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A big topic of conversation in the Beltway and beyond is the new Republican leadership elections scheduled for next week. While most are asking who will replace Boehner’s team, the more important question is what will they do differently?
There’s a great opportunity for new GOP leadership to differentiate themselves, which will start the process of taking advantage of their majorities in both houses. It’s past time for Republicans to move legislation that Democrats can’t duck and that will advance our strategic interests and policy goals, and it’s what Americans want to see Republicans do.
As I recently wrote in The Hill, here’s the most effective one:
When Congress enacted Obamacare the law specified that Congress and its staff would live under all the law’s requirements and go on to the exchanges same as everyone else who went on the exchanges.
Since passage, however, Congress sought and the White House granted a special exemption that does two things: it exempts some staff entirely, and it provides Members of Congress and staff, regardless of income, Gold Level coverage with a 75 percent subsidy of costs, worth about $5,000 for a single individual and $11,000 for a family, something which would be illegal for any other American to receive or business to provide.
Undoing this exemption would give members and staff, regardless of party, a huge personal incentive to repeal Obamacare and reform medical care.
Rep. DeSantis (R-Fla.) and Sen. Vitter (R-La.) introduced legislation to get rid of the exemptions, but leadership never allowed it to come to a vote.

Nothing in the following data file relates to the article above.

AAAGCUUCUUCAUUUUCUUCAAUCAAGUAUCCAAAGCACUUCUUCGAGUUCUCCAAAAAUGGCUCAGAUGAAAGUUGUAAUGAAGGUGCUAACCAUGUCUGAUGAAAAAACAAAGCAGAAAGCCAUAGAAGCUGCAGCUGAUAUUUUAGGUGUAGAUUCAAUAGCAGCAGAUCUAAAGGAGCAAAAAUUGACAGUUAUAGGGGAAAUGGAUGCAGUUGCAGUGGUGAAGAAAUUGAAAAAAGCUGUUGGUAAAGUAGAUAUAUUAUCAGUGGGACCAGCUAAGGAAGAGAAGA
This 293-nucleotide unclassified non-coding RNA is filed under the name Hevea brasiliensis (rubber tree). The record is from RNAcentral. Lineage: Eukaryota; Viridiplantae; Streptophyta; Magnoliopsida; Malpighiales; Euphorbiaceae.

With the current insider vs. outsider Zeitgeist driving so much of today’s politics (Trump/Carson/Fiorina vs. Boehner/McConnell/Jeb), this is hugely popular issue with more than 80% of voters wanting the exemption revoked as of last spring.
Getting rid of the Obamacare exemption, and getting Congress and their staff on the exchanges, unsubsidized, would do more to hasten the repealing and replacing of Obamacare than anything else conservatives might offer. Nothing is so motivating as health care coverage moving from being some constituent’s problem to one’s own problem.
Here’s the perfect litmus test for any new Speaker and leadership team: will they commit to hold a vote to repeal the special exemption?
Of course, there is no way that candidates for GOP leadership will initiate this on their own. It will only be adopted with a compelling chorus of constituents and the commentariat demanding Members satisfy this demand. So make yourselves heard!Published in